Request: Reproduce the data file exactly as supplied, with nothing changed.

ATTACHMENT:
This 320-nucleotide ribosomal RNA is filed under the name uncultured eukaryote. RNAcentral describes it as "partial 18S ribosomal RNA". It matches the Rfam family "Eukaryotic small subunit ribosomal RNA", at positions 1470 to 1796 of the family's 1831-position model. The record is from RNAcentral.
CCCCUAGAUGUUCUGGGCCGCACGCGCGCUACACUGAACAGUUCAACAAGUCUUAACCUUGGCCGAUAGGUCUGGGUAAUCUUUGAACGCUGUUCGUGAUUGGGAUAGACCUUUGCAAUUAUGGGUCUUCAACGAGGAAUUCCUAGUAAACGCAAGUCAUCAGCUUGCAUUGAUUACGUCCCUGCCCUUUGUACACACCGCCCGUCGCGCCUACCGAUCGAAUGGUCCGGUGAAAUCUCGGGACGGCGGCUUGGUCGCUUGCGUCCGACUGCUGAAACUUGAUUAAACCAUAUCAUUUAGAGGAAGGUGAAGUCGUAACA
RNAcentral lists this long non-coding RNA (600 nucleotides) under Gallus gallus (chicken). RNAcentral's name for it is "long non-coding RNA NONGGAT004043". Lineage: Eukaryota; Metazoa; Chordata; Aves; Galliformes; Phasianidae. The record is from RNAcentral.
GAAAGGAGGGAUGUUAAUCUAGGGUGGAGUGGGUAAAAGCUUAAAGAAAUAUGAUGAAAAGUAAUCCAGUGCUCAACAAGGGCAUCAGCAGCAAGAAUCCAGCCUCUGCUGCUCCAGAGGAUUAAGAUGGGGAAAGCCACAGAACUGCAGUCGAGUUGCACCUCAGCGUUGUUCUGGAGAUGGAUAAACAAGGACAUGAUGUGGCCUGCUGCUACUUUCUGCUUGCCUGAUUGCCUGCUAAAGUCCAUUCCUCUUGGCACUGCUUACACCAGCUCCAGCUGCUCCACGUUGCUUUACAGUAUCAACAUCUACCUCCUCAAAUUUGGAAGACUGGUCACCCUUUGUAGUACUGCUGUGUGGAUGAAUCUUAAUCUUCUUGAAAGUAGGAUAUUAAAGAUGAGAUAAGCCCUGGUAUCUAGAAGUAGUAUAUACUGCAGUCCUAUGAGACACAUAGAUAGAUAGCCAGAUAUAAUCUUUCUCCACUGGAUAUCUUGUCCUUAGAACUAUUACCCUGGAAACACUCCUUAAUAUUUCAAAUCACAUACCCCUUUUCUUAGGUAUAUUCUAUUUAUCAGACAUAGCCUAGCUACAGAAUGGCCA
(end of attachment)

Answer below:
This 320-nucleotide ribosomal RNA is filed under the name uncultured eukaryote. RNAcentral describes it as "partial 18S ribosomal RNA". It matches the Rfam family "Eukaryotic small subunit ribosomal RNA", at positions 1470 to 1796 of the family's 1831-position model. The record is from RNAcentral.
CCCCUAGAUGUUCUGGGCCGCACGCGCGCUACACUGAACAGUUCAACAAGUCUUAACCUUGGCCGAUAGGUCUGGGUAAUCUUUGAACGCUGUUCGUGAUUGGGAUAGACCUUUGCAAUUAUGGGUCUUCAACGAGGAAUUCCUAGUAAACGCAAGUCAUCAGCUUGCAUUGAUUACGUCCCUGCCCUUUGUACACACCGCCCGUCGCGCCUACCGAUCGAAUGGUCCGGUGAAAUCUCGGGACGGCGGCUUGGUCGCUUGCGUCCGACUGCUGAAACUUGAUUAAACCAUAUCAUUUAGAGGAAGGUGAAGUCGUAACA
RNAcentral lists this long non-coding RNA (600 nucleotides) under Gallus gallus (chicken). RNAcentral's name for it is "long non-coding RNA NONGGAT004043". Lineage: Eukaryota; Metazoa; Chordata; Aves; Galliformes; Phasianidae. The record is from RNAcentral.
GAAAGGAGGGAUGUUAAUCUAGGGUGGAGUGGGUAAAAGCUUAAAGAAAUAUGAUGAAAAGUAAUCCAGUGCUCAACAAGGGCAUCAGCAGCAAGAAUCCAGCCUCUGCUGCUCCAGAGGAUUAAGAUGGGGAAAGCCACAGAACUGCAGUCGAGUUGCACCUCAGCGUUGUUCUGGAGAUGGAUAAACAAGGACAUGAUGUGGCCUGCUGCUACUUUCUGCUUGCCUGAUUGCCUGCUAAAGUCCAUUCCUCUUGGCACUGCUUACACCAGCUCCAGCUGCUCCACGUUGCUUUACAGUAUCAACAUCUACCUCCUCAAAUUUGGAAGACUGGUCACCCUUUGUAGUACUGCUGUGUGGAUGAAUCUUAAUCUUCUUGAAAGUAGGAUAUUAAAGAUGAGAUAAGCCCUGGUAUCUAGAAGUAGUAUAUACUGCAGUCCUAUGAGACACAUAGAUAGAUAGCCAGAUAUAAUCUUUCUCCACUGGAUAUCUUGUCCUUAGAACUAUUACCCUGGAAACACUCCUUAAUAUUUCAAAUCACAUACCCCUUUUCUUAGGUAUAUUCUAUUUAUCAGACAUAGCCUAGCUACAGAAUGGCCA